In the manga, Matsuda firmly believes this, suggesting it's why Near burns the Death Notes, not only to get rid of them, but also to cover up the evidence of his control over Mikami. It's unlikely Near would have a moral objection to such an action; Mello uses the Death Note, and L wanted to (in order to test the 13-day rule), so why not Near if it helps catch Kira?
Manga creator Tsugumi Ohba commented that it's left open to interpretation. While this isn't direct confirmation, it means it's at least possible, unlike the previously widely-believed theory that the Kira cultist shown in the manga epilogue is Misa (Ohba confirmed it isn't).
My one hesitation with this theory is that if true, it doesn't match Ryuk's statement about Death Note users facing tragic ends, as Near is seen alive and well ten years later in the one-off special. That said, Light didn't meet his end until many years after using the Death Note, so it's still possible Near's is on the way.
4. Light is Reborn as a Shinigami
Evidence that the unnamed shinigami from Relight is Light's reincarnation:
- He walks with a limp (like Light did after being shot in the final)
- He has a grin and red eyes, like Light's "Kira" face
- His coat and hair resemble Light's outfit when he died
- He knows Ryuk likes apples
- He leaves before Ryuk finishes his story, and Ryuk then talks to "Light"
- Light is shown in the shinigami realm in the anime's second opening
Death Note Relight is an OVA that summarizes the Death Note anime with a few new scenes. These include Ryuk recounting the story to a mysterious unnamed shinigami widely believed to be Light Yagami's reincarnation. I definitely agree; this makes the additions far more interesting.
Now, it's true that Ohba once stated there is no afterlife in Death Note, that people only go to Mu (nothingness) when they die, but many fans believe this only applies to the manga, not the anime; after all, L's spirit (or at the very least, Light's hallucination of it) appears as Light dies. Plus, Light becoming a shinigami is far more believable if you accept the general theory that...
5. Death Note Users Become Shinigami After Death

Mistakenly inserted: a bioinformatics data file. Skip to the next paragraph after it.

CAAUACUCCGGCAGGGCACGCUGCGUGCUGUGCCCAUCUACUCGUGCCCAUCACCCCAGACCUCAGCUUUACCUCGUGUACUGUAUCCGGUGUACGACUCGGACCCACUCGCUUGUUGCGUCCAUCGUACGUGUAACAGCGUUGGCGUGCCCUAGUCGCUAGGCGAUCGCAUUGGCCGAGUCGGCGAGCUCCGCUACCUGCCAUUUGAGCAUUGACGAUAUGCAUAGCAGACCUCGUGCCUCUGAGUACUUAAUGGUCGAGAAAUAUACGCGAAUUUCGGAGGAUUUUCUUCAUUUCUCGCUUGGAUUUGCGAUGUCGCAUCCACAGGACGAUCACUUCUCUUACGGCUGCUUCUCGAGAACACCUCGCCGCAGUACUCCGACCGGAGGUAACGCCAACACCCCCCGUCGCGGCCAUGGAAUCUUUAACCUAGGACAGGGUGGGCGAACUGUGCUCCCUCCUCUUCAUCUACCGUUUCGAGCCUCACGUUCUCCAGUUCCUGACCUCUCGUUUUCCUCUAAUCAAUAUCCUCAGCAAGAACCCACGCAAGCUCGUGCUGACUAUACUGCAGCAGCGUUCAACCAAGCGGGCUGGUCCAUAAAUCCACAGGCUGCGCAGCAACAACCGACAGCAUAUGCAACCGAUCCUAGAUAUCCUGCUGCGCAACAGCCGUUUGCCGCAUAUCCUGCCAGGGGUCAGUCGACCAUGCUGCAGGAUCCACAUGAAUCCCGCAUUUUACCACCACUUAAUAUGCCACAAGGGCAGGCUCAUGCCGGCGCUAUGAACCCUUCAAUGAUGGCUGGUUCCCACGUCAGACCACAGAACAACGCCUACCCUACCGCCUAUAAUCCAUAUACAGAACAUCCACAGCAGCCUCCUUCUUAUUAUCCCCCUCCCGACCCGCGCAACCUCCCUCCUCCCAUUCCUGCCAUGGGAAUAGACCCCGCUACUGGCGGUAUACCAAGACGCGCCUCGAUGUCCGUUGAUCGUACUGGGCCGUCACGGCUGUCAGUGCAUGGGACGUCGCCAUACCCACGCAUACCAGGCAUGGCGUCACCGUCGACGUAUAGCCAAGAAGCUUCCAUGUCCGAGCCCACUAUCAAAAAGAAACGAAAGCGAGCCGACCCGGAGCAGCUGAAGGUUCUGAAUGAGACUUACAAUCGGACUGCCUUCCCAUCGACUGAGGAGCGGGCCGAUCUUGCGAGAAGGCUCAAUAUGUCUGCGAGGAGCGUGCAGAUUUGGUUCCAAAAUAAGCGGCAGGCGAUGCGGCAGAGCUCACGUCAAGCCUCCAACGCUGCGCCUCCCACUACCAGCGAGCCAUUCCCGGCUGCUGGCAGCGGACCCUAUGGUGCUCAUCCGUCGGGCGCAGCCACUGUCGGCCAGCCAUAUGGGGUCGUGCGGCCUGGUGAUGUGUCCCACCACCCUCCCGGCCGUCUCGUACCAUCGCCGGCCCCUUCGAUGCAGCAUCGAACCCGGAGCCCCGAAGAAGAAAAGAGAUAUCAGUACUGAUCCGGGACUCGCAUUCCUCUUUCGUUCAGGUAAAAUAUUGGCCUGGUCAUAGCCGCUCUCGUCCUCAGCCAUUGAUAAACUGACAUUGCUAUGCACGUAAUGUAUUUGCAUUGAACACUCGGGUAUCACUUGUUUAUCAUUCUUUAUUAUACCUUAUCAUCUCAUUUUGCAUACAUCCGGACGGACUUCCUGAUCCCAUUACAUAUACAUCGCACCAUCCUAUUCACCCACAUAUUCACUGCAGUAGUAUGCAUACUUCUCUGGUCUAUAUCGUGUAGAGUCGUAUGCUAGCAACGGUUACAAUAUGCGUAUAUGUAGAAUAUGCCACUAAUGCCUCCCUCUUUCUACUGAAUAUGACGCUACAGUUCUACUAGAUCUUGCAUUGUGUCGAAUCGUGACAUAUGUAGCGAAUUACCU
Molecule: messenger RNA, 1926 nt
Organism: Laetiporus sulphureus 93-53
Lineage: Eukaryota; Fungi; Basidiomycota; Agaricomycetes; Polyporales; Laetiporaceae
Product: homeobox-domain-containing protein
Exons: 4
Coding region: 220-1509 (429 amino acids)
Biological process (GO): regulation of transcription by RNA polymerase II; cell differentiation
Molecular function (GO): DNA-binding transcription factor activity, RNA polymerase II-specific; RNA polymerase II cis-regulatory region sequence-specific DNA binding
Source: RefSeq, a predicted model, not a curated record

- Explains how Shinigami are created (we know they don't sexually reproduce)
- Explains why the Death Note states that users don't go to heaven or hell (instead, they go to the shinigami realm)
- Explains why Shinigami occasionally display human-like behavior, such as love or enjoyment of food
In the Death Note: How to Read special manga chapter, we learn various bits about the shinigami realm, like the fact they have a ranking system. However, many bits about their world are still shrouded in mystery, like how they exist in the first place. How to Read implies shinigami could only exist after humans were created because they need humans to extend their lifespans.
This also clarifies the Death Note's statement about users not being able to go to heaven or hell. After all, if no afterlife exists, then such a statement is redundant; both users and non-users would simply enter nothingness. However, if this theory is true, then the Death Note is subtly hinting that users won't go to heaven/hell, but could become a shinigami after death. And we have a strong example from the "Light becomes a shinigami" theory; if he becomes one, it stands to reason that others might also.
Differences Between Death Note Anime and Manga
While the Death Note anime mostly follow the manga's story, it offers a slightly different ending a few anime-only scenes. Thus, while some of today's theories don't fit the manga or the author's statements on the manga, they're believable for the anime (of which Ohba had little involvement).
Heck, between the anime, manga, radio drama, various movie adaptations, musicals, and more, there are several Death Note continuities, meaning the rules and characters will always vary between them. But for now, share your own Death Note hidden lore and I'll see you at our next anime countdown!
© 2020 Jeremy Gill